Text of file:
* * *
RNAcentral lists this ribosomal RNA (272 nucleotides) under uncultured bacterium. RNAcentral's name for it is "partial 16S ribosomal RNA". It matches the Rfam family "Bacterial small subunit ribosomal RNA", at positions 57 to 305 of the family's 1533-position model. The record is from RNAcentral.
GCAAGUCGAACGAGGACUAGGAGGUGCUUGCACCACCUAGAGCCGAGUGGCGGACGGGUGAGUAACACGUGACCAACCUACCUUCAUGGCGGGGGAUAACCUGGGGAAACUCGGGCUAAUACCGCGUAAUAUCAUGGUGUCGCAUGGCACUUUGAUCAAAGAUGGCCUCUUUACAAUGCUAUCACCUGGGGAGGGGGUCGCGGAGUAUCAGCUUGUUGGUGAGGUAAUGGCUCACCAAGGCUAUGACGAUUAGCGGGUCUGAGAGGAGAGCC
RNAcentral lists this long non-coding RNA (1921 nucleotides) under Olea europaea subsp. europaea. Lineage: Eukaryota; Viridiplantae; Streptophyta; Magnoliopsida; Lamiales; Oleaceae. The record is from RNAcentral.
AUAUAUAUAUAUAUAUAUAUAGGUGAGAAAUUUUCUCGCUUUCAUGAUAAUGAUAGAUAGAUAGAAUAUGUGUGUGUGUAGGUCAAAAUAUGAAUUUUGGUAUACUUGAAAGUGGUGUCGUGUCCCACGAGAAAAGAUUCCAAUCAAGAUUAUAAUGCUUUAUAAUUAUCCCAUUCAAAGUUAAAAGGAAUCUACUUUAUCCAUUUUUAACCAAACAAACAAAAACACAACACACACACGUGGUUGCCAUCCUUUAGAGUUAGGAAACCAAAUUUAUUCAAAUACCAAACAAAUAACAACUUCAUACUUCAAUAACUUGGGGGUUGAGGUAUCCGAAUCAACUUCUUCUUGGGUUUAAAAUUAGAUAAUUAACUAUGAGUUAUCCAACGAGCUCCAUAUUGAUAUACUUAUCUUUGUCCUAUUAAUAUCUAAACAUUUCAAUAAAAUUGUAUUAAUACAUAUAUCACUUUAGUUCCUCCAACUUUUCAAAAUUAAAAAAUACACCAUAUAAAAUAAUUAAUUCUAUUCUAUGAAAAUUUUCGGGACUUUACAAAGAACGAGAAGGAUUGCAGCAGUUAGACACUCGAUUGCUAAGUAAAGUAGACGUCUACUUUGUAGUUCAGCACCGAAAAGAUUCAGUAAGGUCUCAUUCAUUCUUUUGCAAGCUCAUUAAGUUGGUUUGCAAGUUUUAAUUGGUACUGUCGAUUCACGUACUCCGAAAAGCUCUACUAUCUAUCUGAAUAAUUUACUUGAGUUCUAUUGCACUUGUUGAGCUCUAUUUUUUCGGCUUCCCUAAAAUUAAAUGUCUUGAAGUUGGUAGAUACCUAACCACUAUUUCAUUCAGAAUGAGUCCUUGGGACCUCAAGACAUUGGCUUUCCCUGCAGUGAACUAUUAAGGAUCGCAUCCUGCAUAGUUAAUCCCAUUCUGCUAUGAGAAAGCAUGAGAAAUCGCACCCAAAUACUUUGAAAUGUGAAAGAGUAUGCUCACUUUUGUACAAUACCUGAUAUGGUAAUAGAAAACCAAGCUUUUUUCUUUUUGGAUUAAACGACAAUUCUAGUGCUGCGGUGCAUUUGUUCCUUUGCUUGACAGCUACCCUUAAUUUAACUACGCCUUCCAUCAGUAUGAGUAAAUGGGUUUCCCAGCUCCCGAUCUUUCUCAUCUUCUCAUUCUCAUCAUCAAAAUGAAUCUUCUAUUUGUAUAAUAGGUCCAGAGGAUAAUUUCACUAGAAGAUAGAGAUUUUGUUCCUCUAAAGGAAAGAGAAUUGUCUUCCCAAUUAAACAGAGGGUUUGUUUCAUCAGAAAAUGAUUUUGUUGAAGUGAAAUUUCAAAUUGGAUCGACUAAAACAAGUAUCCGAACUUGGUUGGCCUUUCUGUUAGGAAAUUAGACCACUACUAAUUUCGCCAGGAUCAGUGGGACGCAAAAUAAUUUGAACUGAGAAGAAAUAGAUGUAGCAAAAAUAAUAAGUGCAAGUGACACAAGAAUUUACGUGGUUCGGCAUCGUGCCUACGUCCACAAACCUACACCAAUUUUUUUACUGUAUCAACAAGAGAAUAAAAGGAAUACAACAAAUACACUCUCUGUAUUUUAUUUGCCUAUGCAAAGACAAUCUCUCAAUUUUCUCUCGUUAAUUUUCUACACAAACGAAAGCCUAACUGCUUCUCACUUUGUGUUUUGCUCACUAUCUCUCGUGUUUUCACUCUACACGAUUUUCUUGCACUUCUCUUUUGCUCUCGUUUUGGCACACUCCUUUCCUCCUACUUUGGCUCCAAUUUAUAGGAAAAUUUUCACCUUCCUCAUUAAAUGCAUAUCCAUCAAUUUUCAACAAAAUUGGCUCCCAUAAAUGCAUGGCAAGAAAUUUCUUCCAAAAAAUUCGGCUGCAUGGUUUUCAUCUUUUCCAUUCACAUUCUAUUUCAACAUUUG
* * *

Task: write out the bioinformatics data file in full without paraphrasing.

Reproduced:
RNAcentral lists this ribosomal RNA (272 nucleotides) under uncultured bacterium. RNAcentral's name for it is "partial 16S ribosomal RNA". It matches the Rfam family "Bacterial small subunit ribosomal RNA", at positions 57 to 305 of the family's 1533-position model. The record is from RNAcentral.
GCAAGUCGAACGAGGACUAGGAGGUGCUUGCACCACCUAGAGCCGAGUGGCGGACGGGUGAGUAACACGUGACCAACCUACCUUCAUGGCGGGGGAUAACCUGGGGAAACUCGGGCUAAUACCGCGUAAUAUCAUGGUGUCGCAUGGCACUUUGAUCAAAGAUGGCCUCUUUACAAUGCUAUCACCUGGGGAGGGGGUCGCGGAGUAUCAGCUUGUUGGUGAGGUAAUGGCUCACCAAGGCUAUGACGAUUAGCGGGUCUGAGAGGAGAGCC
RNAcentral lists this long non-coding RNA (1921 nucleotides) under Olea europaea subsp. europaea. Lineage: Eukaryota; Viridiplantae; Streptophyta; Magnoliopsida; Lamiales; Oleaceae. The record is from RNAcentral.
AUAUAUAUAUAUAUAUAUAUAGGUGAGAAAUUUUCUCGCUUUCAUGAUAAUGAUAGAUAGAUAGAAUAUGUGUGUGUGUAGGUCAAAAUAUGAAUUUUGGUAUACUUGAAAGUGGUGUCGUGUCCCACGAGAAAAGAUUCCAAUCAAGAUUAUAAUGCUUUAUAAUUAUCCCAUUCAAAGUUAAAAGGAAUCUACUUUAUCCAUUUUUAACCAAACAAACAAAAACACAACACACACACGUGGUUGCCAUCCUUUAGAGUUAGGAAACCAAAUUUAUUCAAAUACCAAACAAAUAACAACUUCAUACUUCAAUAACUUGGGGGUUGAGGUAUCCGAAUCAACUUCUUCUUGGGUUUAAAAUUAGAUAAUUAACUAUGAGUUAUCCAACGAGCUCCAUAUUGAUAUACUUAUCUUUGUCCUAUUAAUAUCUAAACAUUUCAAUAAAAUUGUAUUAAUACAUAUAUCACUUUAGUUCCUCCAACUUUUCAAAAUUAAAAAAUACACCAUAUAAAAUAAUUAAUUCUAUUCUAUGAAAAUUUUCGGGACUUUACAAAGAACGAGAAGGAUUGCAGCAGUUAGACACUCGAUUGCUAAGUAAAGUAGACGUCUACUUUGUAGUUCAGCACCGAAAAGAUUCAGUAAGGUCUCAUUCAUUCUUUUGCAAGCUCAUUAAGUUGGUUUGCAAGUUUUAAUUGGUACUGUCGAUUCACGUACUCCGAAAAGCUCUACUAUCUAUCUGAAUAAUUUACUUGAGUUCUAUUGCACUUGUUGAGCUCUAUUUUUUCGGCUUCCCUAAAAUUAAAUGUCUUGAAGUUGGUAGAUACCUAACCACUAUUUCAUUCAGAAUGAGUCCUUGGGACCUCAAGACAUUGGCUUUCCCUGCAGUGAACUAUUAAGGAUCGCAUCCUGCAUAGUUAAUCCCAUUCUGCUAUGAGAAAGCAUGAGAAAUCGCACCCAAAUACUUUGAAAUGUGAAAGAGUAUGCUCACUUUUGUACAAUACCUGAUAUGGUAAUAGAAAACCAAGCUUUUUUCUUUUUGGAUUAAACGACAAUUCUAGUGCUGCGGUGCAUUUGUUCCUUUGCUUGACAGCUACCCUUAAUUUAACUACGCCUUCCAUCAGUAUGAGUAAAUGGGUUUCCCAGCUCCCGAUCUUUCUCAUCUUCUCAUUCUCAUCAUCAAAAUGAAUCUUCUAUUUGUAUAAUAGGUCCAGAGGAUAAUUUCACUAGAAGAUAGAGAUUUUGUUCCUCUAAAGGAAAGAGAAUUGUCUUCCCAAUUAAACAGAGGGUUUGUUUCAUCAGAAAAUGAUUUUGUUGAAGUGAAAUUUCAAAUUGGAUCGACUAAAACAAGUAUCCGAACUUGGUUGGCCUUUCUGUUAGGAAAUUAGACCACUACUAAUUUCGCCAGGAUCAGUGGGACGCAAAAUAAUUUGAACUGAGAAGAAAUAGAUGUAGCAAAAAUAAUAAGUGCAAGUGACACAAGAAUUUACGUGGUUCGGCAUCGUGCCUACGUCCACAAACCUACACCAAUUUUUUUACUGUAUCAACAAGAGAAUAAAAGGAAUACAACAAAUACACUCUCUGUAUUUUAUUUGCCUAUGCAAAGACAAUCUCUCAAUUUUCUCUCGUUAAUUUUCUACACAAACGAAAGCCUAACUGCUUCUCACUUUGUGUUUUGCUCACUAUCUCUCGUGUUUUCACUCUACACGAUUUUCUUGCACUUCUCUUUUGCUCUCGUUUUGGCACACUCCUUUCCUCCUACUUUGGCUCCAAUUUAUAGGAAAAUUUUCACCUUCCUCAUUAAAUGCAUAUCCAUCAAUUUUCAACAAAAUUGGCUCCCAUAAAUGCAUGGCAAGAAAUUUCUUCCAAAAAAUUCGGCUGCAUGGUUUUCAUCUUUUCCAUUCACAUUCUAUUUCAACAUUUG